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EPA Pushes For Cap On GMO Corn Plantings To Defeat Corn Rootworm Pesticide Resistance

by Marc Davis

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In an effort to stop the insatiable appetite of the corn rootworm for genetically engineered corn, the Environmental Protection Agency (EPA) has proposed limits on plantings of the once-pest-resistant crop.

The GMO corn in question, bred to produce a protein fatal to the corn rootworm, is no longer effective against the pest, which has evolved to resist the lethal substance, and thus poses a significant threat to the crop. To address this, the EPA proposes restrictions to sowing corn in the same field year after year.

The limits proposed by the EPA, released in January, are designed to stop the ever-evolving resistance of corn rootworms to the Bt pesticides they consume through corn The toxin is engineered into the corn and reduces the need for conventional pesticides.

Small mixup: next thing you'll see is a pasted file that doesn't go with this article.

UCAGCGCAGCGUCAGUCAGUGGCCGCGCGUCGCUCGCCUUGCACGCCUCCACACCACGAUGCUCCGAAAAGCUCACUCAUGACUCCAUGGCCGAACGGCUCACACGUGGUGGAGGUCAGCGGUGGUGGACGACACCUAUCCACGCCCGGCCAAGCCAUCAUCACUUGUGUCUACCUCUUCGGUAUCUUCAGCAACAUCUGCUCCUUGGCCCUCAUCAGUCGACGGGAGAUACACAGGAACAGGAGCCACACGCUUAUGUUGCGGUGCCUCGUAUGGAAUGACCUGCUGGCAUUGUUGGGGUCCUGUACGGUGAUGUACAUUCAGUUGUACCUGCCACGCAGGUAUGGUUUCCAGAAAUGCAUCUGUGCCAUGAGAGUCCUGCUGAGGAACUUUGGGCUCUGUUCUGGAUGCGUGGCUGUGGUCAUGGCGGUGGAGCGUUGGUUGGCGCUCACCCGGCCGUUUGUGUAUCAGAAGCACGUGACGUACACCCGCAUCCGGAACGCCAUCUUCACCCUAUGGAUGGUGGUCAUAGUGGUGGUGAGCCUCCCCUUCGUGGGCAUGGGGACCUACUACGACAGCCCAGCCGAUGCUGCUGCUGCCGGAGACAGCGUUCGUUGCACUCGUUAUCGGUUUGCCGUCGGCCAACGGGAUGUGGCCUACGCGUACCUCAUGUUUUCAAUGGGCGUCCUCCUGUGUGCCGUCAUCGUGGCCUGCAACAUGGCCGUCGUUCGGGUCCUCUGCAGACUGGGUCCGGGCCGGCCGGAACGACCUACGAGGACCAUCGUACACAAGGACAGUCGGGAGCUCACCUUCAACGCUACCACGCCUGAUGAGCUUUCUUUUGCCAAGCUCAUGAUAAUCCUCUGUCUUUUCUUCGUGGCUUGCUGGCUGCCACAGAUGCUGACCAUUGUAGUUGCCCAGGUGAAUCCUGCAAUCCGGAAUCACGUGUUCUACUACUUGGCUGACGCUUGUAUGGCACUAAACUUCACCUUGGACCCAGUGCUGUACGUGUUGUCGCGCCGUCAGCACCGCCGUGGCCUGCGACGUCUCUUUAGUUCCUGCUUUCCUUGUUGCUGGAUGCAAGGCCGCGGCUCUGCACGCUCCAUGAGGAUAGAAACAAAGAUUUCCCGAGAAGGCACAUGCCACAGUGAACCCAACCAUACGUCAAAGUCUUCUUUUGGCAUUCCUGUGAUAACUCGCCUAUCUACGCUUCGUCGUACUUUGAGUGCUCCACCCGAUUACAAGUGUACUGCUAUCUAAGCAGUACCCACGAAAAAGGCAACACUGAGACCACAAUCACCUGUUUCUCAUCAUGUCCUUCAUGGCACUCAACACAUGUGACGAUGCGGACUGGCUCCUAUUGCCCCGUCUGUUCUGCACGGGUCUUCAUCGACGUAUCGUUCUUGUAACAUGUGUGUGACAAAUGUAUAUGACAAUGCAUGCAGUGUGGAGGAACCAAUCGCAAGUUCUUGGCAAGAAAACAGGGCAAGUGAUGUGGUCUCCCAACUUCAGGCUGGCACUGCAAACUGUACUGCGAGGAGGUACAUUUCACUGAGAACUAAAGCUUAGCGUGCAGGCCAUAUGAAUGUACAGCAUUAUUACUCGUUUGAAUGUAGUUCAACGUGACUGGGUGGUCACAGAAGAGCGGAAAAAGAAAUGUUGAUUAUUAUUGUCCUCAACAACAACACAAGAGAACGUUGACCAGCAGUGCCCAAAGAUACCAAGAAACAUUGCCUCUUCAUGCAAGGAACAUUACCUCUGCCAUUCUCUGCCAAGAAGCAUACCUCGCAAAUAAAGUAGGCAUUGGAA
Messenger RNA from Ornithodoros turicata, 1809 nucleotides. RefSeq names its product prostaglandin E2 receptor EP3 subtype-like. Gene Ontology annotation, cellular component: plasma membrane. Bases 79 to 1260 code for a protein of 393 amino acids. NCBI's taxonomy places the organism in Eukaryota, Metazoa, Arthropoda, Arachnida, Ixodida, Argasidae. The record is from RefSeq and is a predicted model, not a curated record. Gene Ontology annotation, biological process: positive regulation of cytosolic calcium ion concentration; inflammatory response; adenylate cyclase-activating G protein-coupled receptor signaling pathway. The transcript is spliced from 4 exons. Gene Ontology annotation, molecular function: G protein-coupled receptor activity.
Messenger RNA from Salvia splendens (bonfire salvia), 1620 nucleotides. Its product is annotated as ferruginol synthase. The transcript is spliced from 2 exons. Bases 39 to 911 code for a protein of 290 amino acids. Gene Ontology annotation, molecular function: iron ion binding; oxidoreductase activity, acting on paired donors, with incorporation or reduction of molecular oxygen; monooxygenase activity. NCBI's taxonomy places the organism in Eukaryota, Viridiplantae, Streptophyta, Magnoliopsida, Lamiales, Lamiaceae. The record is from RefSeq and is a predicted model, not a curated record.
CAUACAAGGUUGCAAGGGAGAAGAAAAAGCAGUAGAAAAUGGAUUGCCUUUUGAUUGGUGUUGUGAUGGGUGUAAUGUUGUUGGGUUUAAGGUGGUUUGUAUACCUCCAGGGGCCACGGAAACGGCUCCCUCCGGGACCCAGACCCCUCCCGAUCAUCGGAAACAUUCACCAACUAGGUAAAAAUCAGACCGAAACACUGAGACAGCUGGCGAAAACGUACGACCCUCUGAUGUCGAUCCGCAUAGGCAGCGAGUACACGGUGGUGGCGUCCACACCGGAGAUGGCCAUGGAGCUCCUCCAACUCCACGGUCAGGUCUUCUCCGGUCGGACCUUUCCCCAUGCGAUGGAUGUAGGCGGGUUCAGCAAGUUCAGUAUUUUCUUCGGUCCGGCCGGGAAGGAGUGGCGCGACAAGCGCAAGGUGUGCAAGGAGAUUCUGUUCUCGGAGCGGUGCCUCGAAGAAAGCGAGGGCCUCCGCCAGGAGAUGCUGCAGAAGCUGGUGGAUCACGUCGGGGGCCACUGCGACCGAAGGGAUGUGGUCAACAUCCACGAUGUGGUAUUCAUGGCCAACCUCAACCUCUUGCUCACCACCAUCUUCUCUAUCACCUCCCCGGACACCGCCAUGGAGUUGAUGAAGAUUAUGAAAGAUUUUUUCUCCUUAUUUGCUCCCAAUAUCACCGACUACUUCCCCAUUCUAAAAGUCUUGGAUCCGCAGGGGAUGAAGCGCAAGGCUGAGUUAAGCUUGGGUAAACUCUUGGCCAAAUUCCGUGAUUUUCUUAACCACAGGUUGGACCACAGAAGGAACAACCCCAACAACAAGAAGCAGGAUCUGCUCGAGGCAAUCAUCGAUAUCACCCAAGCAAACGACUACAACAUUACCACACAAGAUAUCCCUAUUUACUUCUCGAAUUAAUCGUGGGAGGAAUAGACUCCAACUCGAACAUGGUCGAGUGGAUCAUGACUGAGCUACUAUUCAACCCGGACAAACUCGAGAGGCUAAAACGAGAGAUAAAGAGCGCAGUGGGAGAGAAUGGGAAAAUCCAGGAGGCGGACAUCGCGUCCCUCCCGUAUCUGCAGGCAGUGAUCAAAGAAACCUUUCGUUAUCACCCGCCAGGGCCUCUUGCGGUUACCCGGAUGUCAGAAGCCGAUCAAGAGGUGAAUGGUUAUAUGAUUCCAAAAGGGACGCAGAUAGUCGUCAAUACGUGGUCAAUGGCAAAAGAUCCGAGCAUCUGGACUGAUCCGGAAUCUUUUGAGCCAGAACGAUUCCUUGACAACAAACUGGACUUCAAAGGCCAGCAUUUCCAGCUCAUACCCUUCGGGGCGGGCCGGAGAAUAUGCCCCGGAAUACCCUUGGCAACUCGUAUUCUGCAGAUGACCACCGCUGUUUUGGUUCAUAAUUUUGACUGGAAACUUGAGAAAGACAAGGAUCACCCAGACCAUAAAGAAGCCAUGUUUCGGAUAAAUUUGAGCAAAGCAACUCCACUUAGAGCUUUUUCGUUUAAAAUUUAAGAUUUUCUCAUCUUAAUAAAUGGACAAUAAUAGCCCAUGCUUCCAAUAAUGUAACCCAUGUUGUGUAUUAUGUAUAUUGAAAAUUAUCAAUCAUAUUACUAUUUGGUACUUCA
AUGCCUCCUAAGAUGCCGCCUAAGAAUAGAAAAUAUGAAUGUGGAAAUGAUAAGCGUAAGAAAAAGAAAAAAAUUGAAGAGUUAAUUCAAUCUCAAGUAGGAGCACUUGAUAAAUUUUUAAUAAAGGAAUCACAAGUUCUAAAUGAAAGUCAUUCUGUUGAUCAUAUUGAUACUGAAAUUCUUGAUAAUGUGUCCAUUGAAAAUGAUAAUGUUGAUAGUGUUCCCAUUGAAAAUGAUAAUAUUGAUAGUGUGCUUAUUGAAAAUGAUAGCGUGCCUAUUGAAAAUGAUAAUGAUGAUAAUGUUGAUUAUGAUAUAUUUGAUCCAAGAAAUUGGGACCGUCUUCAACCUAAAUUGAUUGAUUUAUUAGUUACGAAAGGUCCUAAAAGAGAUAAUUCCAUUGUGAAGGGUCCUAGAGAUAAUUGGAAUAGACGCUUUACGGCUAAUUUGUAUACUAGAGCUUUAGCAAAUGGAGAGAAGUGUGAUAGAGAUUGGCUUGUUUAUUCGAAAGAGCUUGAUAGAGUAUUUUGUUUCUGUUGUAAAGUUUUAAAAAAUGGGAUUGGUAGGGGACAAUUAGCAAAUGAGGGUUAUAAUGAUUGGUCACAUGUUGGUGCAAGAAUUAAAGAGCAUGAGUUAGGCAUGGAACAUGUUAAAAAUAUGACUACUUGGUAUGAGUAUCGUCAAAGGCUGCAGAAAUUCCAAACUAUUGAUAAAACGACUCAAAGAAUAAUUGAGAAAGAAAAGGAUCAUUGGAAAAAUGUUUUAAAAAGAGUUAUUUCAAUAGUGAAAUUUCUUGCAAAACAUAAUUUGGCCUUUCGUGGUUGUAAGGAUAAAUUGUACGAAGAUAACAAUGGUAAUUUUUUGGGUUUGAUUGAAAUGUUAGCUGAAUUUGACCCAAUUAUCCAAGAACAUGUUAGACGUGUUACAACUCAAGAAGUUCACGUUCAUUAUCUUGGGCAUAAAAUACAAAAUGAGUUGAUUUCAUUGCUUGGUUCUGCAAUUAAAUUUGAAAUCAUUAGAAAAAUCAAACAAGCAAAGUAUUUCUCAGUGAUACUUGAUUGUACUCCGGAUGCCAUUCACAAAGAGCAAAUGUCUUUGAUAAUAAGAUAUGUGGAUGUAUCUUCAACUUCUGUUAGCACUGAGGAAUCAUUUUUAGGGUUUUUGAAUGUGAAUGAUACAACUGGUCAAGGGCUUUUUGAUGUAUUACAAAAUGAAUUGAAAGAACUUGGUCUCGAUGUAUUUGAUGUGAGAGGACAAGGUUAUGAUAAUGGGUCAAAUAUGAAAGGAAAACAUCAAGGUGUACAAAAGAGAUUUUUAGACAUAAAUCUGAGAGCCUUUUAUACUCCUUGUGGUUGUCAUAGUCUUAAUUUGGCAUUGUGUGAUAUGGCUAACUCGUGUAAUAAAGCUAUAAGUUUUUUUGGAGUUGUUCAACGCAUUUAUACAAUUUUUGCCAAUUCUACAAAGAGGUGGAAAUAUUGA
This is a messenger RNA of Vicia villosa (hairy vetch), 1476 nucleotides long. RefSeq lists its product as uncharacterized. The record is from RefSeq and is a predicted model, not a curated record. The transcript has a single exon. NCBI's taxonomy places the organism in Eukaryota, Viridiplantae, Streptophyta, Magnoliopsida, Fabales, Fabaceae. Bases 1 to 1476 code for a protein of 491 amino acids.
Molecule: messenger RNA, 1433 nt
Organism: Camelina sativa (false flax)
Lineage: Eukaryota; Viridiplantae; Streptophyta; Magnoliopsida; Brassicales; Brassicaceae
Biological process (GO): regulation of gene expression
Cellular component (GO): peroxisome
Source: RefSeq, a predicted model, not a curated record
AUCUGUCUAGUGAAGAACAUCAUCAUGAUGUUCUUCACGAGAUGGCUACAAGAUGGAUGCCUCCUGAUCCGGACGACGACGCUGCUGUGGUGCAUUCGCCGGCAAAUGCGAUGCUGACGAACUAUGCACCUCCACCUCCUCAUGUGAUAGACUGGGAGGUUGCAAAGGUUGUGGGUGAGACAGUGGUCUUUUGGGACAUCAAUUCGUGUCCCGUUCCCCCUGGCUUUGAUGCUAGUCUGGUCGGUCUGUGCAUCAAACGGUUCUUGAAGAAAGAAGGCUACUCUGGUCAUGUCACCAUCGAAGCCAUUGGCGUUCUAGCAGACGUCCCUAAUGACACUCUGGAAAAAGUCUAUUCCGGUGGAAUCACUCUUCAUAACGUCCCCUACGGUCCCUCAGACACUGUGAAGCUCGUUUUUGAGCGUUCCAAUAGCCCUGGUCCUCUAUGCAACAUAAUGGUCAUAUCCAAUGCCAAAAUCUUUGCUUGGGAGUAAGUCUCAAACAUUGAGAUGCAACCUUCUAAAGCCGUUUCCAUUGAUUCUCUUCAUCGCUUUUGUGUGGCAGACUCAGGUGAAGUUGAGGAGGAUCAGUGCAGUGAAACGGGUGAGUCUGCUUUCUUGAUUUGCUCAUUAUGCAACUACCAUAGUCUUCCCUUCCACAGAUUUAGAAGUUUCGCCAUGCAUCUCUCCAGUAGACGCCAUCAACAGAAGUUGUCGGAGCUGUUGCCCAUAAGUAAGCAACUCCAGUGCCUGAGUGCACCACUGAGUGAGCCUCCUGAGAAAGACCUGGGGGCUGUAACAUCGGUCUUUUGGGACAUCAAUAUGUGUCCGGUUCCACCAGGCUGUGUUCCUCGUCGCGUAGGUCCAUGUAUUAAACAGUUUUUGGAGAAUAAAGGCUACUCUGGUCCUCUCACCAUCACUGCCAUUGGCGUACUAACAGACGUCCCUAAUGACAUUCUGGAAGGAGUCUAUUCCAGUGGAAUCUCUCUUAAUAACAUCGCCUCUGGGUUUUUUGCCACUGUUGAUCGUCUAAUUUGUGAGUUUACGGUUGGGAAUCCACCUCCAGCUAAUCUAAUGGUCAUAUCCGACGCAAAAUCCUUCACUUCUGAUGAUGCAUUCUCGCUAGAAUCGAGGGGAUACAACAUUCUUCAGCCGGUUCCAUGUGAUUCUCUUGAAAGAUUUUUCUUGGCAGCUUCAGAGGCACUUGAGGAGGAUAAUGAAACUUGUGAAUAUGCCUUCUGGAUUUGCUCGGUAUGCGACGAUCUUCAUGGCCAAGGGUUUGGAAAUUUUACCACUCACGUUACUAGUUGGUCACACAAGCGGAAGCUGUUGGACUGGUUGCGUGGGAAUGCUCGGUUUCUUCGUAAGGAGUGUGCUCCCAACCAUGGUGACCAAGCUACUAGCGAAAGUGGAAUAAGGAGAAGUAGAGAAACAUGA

An estimated 80 percent of U.S. corn fields were planted with GMO corn in 2014, according to the USDA and corn rootworm damage costs as much as $2 billion annually. Crops are especially at risk in an area called the corn rootworm "red zone," encompassing parts of Illinois, western Indiana, Iowa, southern Minnesota, eastern South Dakota, and southwestern Wisconsin.

The stricter, newly-proposed planting limitations are necessary, in part, said the EPA, because the biotech industry has not acted sufficiently to stop the proliferation of the rootworm.

If EPA limits are imposed on GMO corn plantings, biotech seed manufacturers such as Monsanto Co., Du Pont Co., and Dow Chemical, Co., face substantial revenue losses.

The EPA has solicited public comments from all interested parties including corn growers, NGOs, industry and academia, on its proposals to be submitted to the agency no later than March 16.

EPA's proposals may be seen in their entirety at

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